Of course, if you were to leave the jurisdiction of your country, say by sailing to international waters, then it would be difficult for the country to prosecute you (although they may have some grounds on which to assert the right to prosecute, such as claiming that it qualifies as piracy).
I'm speaking from the American law perspective here, but the real question isn't what the law says you can do, it's what happens if and when the would-be murderer ends up in a courtroom. If it's a criminal trial, as soon as you hold up your contract, the judge will ask you where the state or federal government signed.
That's because when you commit a crime, you're not just committing it against people, you're committing it against the State. Why do you think it's possible to be convicted for using illicit drugs, when you yourself may have been the only person affected?
As far as the State is concerned, your contract may prevent the loser from pressing charges, but it certainly poses no such restrictions on government prosecutors, and it likely wouldn't even stop the loser's charges. You might notice many contracts have severability clauses, saying essentially that if any part of the contract is found to be unenforceable, the rest still applies. This is necessary because you very specifically cannot have a contract between private parties enforce an exception to the law for the very reason specified above: it's not your law to change, it's the government's.
A similar situation would be if an employer asked an employee to sign away their right to a minimum wage. While this is slightly different because there is language written into federal labor laws specifically for the purpose of preventing waiving these rights, the underlying principle is the same: you can't create exceptions to laws with only contracts between private parties.
If you really want to see the return of duels to-the-death, I'd suggest you talk to your president.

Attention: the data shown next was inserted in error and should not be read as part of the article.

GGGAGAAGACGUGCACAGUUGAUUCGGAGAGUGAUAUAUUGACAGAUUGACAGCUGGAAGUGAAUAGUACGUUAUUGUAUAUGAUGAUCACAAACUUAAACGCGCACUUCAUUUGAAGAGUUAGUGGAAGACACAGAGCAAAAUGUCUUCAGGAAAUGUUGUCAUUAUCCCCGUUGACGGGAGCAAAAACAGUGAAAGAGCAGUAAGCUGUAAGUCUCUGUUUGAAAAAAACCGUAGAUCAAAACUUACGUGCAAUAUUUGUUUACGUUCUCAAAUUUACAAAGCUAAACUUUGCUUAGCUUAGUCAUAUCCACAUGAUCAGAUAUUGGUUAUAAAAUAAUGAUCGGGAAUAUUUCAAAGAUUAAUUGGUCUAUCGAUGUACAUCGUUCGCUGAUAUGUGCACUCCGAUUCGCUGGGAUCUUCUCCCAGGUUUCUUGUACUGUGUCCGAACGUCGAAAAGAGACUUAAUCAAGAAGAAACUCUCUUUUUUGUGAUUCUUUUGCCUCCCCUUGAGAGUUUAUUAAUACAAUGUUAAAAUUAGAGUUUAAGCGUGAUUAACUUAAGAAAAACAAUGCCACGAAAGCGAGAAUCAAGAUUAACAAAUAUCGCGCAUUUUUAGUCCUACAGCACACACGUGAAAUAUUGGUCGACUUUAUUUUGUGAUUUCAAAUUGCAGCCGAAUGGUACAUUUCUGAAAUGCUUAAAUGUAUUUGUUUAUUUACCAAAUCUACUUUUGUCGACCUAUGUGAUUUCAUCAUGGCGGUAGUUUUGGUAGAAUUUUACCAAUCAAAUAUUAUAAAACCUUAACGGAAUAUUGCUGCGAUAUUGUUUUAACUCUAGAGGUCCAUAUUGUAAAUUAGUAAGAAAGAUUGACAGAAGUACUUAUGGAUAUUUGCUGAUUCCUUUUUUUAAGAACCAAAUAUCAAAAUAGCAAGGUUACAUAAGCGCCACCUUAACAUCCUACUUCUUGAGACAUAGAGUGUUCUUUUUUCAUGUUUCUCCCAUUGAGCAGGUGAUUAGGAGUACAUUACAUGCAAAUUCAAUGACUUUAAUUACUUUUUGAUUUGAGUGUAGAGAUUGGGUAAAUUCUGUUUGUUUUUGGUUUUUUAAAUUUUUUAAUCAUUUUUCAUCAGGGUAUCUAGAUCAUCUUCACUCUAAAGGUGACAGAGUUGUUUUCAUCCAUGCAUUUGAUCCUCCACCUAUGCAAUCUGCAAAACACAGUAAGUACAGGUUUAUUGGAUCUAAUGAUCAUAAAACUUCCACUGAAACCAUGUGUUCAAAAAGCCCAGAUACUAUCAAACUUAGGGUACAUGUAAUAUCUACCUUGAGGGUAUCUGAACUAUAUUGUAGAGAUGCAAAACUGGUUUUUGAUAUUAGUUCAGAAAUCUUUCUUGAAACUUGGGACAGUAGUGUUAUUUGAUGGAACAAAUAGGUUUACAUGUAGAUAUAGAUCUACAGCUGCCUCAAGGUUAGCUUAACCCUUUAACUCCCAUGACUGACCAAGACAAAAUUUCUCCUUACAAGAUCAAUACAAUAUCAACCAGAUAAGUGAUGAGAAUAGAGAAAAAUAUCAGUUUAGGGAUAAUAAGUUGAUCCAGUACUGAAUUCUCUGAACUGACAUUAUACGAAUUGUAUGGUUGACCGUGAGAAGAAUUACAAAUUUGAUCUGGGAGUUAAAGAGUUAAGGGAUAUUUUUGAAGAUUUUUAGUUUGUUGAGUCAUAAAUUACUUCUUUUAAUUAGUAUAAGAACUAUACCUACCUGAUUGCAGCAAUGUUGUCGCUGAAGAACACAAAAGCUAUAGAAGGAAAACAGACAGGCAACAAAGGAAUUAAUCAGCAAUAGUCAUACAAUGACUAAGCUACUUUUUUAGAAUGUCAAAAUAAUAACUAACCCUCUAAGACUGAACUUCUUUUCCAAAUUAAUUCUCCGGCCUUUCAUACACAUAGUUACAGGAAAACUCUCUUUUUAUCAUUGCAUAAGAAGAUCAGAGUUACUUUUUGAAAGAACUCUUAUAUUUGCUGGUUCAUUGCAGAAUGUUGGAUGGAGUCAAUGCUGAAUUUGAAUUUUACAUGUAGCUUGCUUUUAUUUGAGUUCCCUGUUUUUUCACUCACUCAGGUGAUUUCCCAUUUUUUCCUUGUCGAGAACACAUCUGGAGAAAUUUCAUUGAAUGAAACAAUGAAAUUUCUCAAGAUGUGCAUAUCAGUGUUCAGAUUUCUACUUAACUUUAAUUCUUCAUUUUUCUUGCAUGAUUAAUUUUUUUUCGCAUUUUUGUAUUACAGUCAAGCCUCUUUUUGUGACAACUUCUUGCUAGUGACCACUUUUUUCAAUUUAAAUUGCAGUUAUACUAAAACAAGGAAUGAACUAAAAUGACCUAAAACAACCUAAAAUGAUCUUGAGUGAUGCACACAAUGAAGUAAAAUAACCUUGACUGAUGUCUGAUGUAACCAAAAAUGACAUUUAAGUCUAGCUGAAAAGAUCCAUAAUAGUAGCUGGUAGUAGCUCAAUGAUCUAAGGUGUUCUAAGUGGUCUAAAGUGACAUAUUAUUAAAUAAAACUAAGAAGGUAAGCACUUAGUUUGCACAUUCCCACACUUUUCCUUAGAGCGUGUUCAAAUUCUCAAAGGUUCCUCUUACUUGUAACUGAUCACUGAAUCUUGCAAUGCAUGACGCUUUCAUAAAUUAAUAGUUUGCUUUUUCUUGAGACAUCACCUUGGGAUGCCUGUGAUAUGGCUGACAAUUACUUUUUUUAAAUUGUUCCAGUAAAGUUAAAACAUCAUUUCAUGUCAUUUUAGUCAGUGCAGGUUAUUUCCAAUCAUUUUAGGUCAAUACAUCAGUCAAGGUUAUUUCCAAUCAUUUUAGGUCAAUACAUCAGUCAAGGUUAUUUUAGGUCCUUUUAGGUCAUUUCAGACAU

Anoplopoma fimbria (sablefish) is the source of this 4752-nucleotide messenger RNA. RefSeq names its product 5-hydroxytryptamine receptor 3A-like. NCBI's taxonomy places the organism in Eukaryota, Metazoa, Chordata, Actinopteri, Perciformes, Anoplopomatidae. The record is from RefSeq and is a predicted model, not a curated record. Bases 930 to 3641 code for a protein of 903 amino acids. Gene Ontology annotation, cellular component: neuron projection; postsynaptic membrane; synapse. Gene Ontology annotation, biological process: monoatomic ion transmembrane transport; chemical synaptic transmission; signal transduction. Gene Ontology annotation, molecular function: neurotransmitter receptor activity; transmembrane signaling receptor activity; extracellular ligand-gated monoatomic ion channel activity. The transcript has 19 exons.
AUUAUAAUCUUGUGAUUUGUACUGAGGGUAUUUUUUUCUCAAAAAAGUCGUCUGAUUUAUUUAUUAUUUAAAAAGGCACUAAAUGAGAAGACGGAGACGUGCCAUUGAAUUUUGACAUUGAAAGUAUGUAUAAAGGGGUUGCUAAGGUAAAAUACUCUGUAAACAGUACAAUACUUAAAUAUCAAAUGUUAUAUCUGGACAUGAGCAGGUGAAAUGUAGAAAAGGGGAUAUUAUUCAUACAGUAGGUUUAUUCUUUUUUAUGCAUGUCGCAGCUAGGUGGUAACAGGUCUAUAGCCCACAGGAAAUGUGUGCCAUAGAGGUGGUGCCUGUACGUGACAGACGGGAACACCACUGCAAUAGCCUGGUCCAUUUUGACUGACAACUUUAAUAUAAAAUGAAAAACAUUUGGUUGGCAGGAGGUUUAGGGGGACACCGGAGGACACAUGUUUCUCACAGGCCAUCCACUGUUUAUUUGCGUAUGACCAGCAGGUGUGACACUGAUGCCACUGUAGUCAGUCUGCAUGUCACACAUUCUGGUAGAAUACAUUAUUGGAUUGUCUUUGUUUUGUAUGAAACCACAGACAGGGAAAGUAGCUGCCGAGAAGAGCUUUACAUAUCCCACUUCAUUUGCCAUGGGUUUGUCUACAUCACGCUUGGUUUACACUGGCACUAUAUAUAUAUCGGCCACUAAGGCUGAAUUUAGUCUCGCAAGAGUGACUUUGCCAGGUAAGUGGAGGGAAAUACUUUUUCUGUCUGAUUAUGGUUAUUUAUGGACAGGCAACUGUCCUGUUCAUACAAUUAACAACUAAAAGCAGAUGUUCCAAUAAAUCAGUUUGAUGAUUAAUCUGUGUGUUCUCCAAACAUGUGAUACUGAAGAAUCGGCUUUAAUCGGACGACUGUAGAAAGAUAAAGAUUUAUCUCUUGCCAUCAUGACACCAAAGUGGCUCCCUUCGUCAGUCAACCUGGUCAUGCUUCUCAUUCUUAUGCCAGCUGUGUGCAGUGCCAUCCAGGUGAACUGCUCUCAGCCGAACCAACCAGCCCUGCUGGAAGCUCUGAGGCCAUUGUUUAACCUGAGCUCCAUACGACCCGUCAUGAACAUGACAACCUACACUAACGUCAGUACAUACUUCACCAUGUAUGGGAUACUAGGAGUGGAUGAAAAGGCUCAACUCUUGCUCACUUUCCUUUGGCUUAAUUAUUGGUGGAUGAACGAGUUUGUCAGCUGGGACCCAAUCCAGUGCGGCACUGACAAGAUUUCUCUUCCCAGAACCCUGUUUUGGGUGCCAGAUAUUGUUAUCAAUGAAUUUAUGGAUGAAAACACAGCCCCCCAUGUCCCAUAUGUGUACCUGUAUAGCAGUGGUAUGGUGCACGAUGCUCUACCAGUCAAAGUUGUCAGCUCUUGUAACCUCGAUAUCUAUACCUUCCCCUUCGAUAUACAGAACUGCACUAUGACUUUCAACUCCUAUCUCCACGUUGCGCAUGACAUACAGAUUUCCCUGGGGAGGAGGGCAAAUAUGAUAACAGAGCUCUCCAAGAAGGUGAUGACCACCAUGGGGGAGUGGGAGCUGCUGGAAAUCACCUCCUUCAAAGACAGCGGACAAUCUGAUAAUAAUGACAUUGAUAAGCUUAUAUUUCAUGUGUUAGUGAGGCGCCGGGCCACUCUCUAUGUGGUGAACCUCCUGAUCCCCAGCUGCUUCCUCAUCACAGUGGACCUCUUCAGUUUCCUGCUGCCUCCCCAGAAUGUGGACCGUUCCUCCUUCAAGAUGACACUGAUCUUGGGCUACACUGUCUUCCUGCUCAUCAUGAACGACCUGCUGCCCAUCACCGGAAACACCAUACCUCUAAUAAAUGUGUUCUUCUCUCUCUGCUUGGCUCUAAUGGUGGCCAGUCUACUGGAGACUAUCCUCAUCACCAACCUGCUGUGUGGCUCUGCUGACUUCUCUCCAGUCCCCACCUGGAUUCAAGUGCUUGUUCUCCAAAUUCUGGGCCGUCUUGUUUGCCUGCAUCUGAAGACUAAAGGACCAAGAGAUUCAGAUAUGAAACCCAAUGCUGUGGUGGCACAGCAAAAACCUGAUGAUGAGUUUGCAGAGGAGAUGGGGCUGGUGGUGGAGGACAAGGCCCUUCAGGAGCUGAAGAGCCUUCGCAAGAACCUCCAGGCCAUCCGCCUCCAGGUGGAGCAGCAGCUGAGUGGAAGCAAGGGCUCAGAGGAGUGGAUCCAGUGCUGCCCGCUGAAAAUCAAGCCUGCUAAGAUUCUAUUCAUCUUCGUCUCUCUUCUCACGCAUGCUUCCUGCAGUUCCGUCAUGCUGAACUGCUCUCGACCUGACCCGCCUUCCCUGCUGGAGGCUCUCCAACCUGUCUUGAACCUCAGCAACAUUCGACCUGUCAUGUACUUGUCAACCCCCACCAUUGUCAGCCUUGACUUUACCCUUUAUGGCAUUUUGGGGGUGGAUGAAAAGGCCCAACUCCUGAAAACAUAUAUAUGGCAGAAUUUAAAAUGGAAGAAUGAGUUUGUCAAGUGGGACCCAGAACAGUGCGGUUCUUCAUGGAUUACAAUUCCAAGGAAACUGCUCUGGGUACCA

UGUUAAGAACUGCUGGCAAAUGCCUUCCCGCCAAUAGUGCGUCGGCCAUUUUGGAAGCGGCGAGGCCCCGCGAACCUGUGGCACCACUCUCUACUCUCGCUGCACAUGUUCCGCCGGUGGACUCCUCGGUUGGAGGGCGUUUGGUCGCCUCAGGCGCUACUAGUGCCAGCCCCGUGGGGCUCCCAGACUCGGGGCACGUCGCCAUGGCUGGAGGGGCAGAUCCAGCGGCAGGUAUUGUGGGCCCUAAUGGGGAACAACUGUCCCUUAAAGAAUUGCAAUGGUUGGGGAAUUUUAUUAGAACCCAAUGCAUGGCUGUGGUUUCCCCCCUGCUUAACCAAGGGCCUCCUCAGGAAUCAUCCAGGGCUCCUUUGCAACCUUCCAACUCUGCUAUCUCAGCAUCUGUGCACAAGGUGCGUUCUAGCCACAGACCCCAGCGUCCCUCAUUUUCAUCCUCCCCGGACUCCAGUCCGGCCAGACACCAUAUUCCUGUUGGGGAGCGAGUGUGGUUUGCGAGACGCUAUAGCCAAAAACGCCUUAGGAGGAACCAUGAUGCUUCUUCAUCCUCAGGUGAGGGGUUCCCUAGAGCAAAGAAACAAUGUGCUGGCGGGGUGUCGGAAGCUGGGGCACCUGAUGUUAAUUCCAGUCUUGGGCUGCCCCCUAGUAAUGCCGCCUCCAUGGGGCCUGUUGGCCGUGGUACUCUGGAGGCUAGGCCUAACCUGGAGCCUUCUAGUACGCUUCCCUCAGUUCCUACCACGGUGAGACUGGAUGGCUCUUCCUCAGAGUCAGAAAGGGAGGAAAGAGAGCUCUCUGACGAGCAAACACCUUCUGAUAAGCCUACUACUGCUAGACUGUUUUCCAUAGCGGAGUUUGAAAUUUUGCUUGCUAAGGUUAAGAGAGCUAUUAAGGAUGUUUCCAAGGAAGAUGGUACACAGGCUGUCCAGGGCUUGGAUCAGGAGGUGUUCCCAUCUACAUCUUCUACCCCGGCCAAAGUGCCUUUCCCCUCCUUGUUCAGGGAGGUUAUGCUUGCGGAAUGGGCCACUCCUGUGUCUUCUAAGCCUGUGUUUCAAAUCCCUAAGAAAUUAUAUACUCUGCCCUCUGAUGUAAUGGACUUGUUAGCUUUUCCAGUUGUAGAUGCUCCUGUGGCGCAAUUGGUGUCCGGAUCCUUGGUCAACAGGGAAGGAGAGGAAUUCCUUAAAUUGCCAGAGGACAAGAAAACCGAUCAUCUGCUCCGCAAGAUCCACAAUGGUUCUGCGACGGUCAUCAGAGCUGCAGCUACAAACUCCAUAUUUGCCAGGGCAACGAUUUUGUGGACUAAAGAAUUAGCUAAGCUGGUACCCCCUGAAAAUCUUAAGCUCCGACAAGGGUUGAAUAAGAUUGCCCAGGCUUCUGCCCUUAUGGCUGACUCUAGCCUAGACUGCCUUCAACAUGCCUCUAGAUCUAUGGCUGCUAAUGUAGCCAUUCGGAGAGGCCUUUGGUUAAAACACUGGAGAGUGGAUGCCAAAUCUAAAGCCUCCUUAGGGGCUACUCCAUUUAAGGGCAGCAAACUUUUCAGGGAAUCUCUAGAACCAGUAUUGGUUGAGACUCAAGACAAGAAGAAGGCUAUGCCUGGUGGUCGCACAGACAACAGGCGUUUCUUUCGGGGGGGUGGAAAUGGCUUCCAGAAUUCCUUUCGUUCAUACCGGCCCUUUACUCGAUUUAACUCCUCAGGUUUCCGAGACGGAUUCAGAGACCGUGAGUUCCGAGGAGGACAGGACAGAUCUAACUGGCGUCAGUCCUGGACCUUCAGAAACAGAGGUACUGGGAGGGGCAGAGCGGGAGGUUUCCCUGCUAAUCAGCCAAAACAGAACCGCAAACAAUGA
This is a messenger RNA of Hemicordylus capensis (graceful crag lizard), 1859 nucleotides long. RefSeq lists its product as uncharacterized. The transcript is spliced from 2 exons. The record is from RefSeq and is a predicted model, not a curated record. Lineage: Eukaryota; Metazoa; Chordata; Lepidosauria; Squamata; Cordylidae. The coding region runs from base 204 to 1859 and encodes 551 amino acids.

I've been researching duals and from what I gather it is legal in most states the problem lies with manslaughter and aggravated assault. Mutual combat is essentially what a dual is. And if you look that up there are cases where people where not charged and others convicted of manslaughter. So the rule/law states both parties must enter mutually with witnesses stating as such Neither party can use excessive force I.e. party A uses a knife party B uses a gun. The most important part is the losers witnesses must agree with the winners witnesses both parties used equal force and any death was a result of mutual combat But remember in every state has wrongfull death laws. And federal law along with states law agree manslaughter is the accidental or unintentional death caused by one person to another. And you do not need a victim for manslaughter the prosecution has the right to act as the victim. Same goes for aggravated assault and domestic violence which if your dual doesn't end in death both parties would be charged with even if a written contract signed by both parties. The prosecution can choose to ignore the contract given the victim is not alive to validate the contract themselves. Then you add with the way things are now a days if you get into a fight let's say with your best friend fights over your both sitting on the porch having a beer crying saying your sorry ( if any of you have faught a real friend you know that's how it normally ends if your truly best friends anyway) neighbor called the cops. The law shows up. Now even though the fight is over nobody needs medical attention your both more than likely going to jail. Charges ranging for disturbing the peace, domestic violence and assault if not aggravated assault. Afterwards even if neither of you wanted to press charges it's now not up to you but the prosecution. Even if you go to court and defend each other you will be found guilty of at minimum of domestic violence.